In one embodiment, group A is a divalent alkylene group comprising, on average, more than 2 carbon atoms. It can be a single group, with an integral number of carbon atoms of greater than or equal to 3, for example equal to 3 or 4. Such a single group can correspond to the use of a single acid. Typically, however, it corresponds to a mixture of groups corresponding to a mixture of compounds, at least one of which exhibits at least 3 carbon atoms. It is understood that the mixtures of groups A can correspond to mixtures of different isomeric groups comprising an identical number of carbon atoms and/or of different groups comprising different numbers of carbon atoms. The group A can comprise linear and/or branched groups.

According to one embodiment, at least a portion of the groups A corresponds to a group of formula —(CH2)n— where n is a mean number greater than or equal to 3. At least a portion of the groups A can be groups of formula —(CH2)4—(the corresponding acid is adipic acid). For example, A can be a group of formula —(CH2)4—, and/or a group of formula —(CH2)3—.

In one embodiment, the composition comprises compounds of formula R—OOC-A-COO—R where A is a group of formula —(CH2)4—, compounds of formula R—OOC-A-COO—R where A is a group of formula —(CH2)3—, and compounds of formula R—OOC-A-COO—R where A is a group of formula —(CH2)2—.

In certain more specific embodiments, the blend comprises:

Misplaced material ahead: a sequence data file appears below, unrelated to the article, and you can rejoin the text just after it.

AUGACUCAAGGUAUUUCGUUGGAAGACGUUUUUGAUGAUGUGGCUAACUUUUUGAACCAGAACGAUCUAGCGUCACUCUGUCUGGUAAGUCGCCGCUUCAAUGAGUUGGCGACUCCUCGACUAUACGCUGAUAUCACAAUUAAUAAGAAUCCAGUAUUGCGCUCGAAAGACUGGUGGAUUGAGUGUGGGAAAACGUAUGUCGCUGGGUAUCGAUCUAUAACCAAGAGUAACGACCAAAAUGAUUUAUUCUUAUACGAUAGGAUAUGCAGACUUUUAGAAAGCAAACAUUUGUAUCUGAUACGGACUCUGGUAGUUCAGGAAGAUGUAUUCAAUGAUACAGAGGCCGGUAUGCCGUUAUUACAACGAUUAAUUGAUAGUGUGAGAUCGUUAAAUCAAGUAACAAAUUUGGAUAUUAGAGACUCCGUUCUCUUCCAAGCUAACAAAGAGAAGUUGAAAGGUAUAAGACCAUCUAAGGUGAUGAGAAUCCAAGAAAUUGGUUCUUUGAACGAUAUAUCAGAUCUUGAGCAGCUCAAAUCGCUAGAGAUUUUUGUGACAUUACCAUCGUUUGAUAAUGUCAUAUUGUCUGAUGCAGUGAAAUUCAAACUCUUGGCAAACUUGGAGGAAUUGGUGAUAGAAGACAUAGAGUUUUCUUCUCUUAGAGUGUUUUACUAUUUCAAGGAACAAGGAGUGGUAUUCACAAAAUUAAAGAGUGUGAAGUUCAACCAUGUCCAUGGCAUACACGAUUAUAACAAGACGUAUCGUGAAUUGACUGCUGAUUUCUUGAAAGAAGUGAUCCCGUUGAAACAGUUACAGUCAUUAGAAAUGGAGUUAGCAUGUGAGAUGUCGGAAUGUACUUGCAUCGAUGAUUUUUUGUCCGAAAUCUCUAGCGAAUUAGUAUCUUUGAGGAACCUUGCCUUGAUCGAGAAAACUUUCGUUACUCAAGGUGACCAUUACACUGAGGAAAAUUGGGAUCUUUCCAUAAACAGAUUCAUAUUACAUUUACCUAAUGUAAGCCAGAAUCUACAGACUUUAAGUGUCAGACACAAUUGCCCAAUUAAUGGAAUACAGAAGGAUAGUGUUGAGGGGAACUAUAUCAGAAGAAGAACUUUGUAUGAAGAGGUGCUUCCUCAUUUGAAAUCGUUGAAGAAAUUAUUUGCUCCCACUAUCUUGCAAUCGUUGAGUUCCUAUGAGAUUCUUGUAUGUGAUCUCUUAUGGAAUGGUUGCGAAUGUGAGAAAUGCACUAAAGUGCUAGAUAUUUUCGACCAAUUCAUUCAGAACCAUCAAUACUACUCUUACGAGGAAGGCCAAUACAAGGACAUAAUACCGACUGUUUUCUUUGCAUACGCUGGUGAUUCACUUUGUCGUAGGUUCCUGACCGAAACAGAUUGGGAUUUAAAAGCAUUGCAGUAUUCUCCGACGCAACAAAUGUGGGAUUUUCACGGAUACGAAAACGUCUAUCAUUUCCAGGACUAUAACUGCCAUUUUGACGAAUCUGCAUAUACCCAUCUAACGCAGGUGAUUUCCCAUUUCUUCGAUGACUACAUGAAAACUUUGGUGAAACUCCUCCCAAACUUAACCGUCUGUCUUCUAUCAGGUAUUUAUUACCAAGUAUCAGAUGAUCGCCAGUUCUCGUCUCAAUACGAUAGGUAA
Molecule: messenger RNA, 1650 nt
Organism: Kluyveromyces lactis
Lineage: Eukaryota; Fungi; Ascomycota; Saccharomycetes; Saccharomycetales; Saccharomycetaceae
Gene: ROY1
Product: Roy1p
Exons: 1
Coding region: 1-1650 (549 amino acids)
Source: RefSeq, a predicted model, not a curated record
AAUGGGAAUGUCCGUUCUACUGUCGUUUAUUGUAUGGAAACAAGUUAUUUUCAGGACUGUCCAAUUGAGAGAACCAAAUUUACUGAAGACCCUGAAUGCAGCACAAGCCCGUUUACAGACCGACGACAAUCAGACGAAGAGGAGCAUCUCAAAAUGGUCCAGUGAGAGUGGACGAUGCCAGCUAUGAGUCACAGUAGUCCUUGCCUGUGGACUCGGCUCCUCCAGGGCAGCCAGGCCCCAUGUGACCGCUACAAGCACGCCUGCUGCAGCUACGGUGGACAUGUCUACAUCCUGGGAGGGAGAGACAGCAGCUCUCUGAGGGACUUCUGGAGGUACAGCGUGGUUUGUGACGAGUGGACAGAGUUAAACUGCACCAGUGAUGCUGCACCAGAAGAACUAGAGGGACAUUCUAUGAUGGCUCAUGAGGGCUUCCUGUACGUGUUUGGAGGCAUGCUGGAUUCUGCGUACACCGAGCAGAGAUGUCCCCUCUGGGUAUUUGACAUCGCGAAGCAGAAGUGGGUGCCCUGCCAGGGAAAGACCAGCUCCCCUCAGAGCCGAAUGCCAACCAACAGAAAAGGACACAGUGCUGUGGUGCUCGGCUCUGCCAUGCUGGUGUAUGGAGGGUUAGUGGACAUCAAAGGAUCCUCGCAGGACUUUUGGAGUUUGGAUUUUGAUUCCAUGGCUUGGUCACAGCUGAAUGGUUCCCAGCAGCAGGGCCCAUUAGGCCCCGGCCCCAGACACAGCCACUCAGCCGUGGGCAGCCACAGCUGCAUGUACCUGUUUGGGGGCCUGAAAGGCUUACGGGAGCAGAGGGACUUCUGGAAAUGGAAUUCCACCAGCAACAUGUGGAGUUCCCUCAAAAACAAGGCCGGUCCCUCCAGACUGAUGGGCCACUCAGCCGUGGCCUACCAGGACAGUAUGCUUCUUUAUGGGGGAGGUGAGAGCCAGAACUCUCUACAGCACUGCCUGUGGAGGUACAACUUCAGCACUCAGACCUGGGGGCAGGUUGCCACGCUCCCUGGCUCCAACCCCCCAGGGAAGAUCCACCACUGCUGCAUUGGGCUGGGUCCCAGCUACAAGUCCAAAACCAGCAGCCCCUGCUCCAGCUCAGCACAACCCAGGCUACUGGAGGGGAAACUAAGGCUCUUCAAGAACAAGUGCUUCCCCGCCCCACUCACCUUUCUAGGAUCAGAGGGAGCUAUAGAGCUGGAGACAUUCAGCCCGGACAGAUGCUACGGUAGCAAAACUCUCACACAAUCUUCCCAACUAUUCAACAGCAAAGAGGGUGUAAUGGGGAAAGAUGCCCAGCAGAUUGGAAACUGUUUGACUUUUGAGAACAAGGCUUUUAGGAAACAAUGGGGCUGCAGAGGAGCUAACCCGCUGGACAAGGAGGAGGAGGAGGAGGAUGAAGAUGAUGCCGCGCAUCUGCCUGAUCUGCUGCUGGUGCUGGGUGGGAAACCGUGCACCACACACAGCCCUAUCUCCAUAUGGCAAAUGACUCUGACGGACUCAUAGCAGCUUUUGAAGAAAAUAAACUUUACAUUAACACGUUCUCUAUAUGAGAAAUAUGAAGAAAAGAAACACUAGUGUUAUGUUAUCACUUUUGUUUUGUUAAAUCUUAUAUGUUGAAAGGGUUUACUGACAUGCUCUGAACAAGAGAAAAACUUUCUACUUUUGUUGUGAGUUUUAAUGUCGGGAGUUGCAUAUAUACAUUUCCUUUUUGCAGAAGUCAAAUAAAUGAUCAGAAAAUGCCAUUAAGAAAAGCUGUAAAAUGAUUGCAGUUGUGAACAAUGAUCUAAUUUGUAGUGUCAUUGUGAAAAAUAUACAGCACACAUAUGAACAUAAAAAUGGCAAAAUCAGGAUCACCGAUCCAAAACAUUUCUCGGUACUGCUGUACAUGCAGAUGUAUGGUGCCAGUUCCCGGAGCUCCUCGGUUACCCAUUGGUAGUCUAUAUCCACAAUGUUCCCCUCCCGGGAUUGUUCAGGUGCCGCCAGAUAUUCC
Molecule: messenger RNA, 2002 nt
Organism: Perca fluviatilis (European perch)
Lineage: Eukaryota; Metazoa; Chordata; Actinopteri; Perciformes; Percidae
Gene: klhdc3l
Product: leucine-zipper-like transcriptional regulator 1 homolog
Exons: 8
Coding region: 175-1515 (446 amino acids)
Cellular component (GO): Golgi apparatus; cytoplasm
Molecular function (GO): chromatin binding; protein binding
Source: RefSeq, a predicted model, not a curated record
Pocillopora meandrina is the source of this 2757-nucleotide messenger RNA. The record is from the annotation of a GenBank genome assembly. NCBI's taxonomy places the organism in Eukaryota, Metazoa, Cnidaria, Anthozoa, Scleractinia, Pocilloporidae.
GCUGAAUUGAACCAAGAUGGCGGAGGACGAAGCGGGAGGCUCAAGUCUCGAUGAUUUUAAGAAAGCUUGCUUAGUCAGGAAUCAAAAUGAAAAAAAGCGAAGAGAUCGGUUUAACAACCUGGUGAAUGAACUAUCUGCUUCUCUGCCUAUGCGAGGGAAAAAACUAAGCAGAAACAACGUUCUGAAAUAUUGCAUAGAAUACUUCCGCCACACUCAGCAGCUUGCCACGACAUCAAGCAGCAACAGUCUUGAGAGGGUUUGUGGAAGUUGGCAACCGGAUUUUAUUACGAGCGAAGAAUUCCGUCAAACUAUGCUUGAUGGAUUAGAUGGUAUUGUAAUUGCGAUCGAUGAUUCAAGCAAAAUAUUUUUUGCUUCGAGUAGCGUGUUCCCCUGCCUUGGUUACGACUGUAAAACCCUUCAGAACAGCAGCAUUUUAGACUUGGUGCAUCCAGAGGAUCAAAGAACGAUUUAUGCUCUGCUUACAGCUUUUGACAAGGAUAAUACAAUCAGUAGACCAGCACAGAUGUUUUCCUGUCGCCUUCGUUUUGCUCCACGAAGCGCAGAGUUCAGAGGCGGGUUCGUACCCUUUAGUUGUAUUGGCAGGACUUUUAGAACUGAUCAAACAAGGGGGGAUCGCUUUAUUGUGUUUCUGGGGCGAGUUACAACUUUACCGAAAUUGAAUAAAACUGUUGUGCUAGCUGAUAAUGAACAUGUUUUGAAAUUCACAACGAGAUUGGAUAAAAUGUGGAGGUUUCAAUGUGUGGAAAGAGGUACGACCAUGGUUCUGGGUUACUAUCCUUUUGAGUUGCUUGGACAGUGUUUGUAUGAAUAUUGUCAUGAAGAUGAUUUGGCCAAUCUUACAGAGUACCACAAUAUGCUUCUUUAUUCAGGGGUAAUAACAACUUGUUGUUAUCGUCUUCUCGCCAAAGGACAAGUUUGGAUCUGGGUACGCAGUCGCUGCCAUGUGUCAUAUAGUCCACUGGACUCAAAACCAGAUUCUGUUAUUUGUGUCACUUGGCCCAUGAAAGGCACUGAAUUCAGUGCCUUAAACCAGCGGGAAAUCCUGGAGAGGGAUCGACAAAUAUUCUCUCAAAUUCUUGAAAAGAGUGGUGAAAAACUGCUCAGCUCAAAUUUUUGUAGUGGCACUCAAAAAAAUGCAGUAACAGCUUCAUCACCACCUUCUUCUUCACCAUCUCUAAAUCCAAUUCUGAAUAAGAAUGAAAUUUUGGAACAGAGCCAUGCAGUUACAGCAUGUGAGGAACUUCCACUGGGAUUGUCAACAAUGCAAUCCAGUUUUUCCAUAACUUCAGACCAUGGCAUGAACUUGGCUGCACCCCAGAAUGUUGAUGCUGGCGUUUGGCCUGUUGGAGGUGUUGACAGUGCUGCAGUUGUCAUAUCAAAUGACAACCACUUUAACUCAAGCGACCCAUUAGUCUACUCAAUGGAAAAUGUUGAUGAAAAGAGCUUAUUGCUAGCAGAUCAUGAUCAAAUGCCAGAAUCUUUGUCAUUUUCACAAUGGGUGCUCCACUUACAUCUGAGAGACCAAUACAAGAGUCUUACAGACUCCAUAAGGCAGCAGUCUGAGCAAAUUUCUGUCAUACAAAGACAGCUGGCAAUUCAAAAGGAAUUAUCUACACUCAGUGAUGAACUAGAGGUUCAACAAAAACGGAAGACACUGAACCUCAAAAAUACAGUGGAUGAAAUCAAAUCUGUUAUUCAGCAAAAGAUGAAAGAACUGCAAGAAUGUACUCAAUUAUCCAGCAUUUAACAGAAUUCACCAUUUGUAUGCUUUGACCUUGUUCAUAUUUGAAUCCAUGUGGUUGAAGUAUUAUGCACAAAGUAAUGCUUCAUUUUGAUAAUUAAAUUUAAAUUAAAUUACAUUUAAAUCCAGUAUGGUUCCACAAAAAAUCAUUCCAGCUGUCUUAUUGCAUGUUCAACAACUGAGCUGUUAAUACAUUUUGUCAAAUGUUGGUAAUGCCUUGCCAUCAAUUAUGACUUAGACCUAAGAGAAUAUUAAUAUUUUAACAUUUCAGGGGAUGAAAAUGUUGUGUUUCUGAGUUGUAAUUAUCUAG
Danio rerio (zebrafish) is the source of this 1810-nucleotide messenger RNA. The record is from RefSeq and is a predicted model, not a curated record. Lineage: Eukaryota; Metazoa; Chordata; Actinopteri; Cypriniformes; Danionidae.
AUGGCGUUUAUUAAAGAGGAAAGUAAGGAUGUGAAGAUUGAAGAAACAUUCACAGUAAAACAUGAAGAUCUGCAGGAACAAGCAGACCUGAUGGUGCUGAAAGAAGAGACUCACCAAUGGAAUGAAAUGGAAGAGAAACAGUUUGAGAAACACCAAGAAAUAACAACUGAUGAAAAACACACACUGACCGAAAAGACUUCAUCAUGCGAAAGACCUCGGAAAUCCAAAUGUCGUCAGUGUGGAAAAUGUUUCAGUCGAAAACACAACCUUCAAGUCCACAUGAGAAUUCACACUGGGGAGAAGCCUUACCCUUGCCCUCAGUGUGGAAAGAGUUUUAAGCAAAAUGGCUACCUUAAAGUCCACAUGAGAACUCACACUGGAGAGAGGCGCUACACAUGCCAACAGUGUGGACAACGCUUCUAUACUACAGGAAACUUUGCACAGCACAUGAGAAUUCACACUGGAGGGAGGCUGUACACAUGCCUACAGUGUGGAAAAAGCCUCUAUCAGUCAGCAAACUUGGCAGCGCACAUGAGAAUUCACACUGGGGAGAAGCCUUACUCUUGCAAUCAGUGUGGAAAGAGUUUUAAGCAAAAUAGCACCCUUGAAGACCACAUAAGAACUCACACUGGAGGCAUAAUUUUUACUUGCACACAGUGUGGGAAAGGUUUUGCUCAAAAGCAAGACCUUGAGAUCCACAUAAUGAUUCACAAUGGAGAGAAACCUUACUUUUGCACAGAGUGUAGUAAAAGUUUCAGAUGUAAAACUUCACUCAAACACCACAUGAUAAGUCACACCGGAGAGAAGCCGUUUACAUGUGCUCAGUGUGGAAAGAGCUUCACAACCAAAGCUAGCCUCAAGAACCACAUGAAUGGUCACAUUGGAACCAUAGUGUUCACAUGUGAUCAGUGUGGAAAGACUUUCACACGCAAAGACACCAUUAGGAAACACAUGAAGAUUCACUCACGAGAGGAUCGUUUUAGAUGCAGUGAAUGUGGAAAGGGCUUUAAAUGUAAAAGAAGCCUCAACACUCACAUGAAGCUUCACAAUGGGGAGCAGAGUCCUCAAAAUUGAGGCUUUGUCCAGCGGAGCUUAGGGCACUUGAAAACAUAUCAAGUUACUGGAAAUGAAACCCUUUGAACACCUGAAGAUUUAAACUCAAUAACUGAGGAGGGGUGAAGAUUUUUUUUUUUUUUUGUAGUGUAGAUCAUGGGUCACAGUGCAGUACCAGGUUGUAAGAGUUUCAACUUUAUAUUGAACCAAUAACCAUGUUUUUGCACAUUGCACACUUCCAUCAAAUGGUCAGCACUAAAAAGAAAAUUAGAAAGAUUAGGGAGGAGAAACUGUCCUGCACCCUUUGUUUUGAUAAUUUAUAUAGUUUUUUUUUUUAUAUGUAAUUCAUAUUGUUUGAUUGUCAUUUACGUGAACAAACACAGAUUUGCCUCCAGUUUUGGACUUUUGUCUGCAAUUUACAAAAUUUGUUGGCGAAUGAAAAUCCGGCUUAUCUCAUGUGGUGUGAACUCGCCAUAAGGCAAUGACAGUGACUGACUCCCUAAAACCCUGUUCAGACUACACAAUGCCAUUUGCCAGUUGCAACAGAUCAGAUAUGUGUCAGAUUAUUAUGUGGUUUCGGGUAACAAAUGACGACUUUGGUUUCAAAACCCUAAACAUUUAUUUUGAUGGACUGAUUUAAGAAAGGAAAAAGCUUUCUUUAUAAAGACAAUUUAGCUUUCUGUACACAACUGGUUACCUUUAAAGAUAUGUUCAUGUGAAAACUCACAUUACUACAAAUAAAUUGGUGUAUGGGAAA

a diester of formula I:

a diester of formula II:

a diester of formula III:

R1, and/or R2 can individually comprise a hydrocarbon having from about 4 to about 8 carbon atoms, typically, propyl, isopropyl, butyl, n-butyl or isoamyl. In addition, R1 and/or R2 can individually comprise a hydrocarbon group originating from fusel oil. In one embodiment, R1, and/or R2 do not individually comprise iso-butyl groups. In one embodiment, R1, and/or R2 individually comprise a hydrocarbon group having from about 3 to about 12 carbon atoms. In one embodiment, R1 and/or R2 individually comprise a hydrocarbon group having from about 3 to about 12 carbon atoms. In one embodiment, R1 and/or R2 individually comprise a hydrocarbon group having from about 8 to about 12 carbon atoms. The blend typically comprises (by weight of the blend) (i) about 15% to about 35% of the diester of formula I, (ii) about 55% to about 70% of the diester of formula II, and (iii) about 7% to about 20% of the diester of formula III, and more typically, (i) about 20% to about 28% of the diester of formula I, (ii) about 59% to about 67% of the diester of formula II, and (iii) about 9% to about 17% of the diester of formula II. Mention may be made of Rhodiasolv® RPDE (Rhodia Inc., Cranbury, N.J.).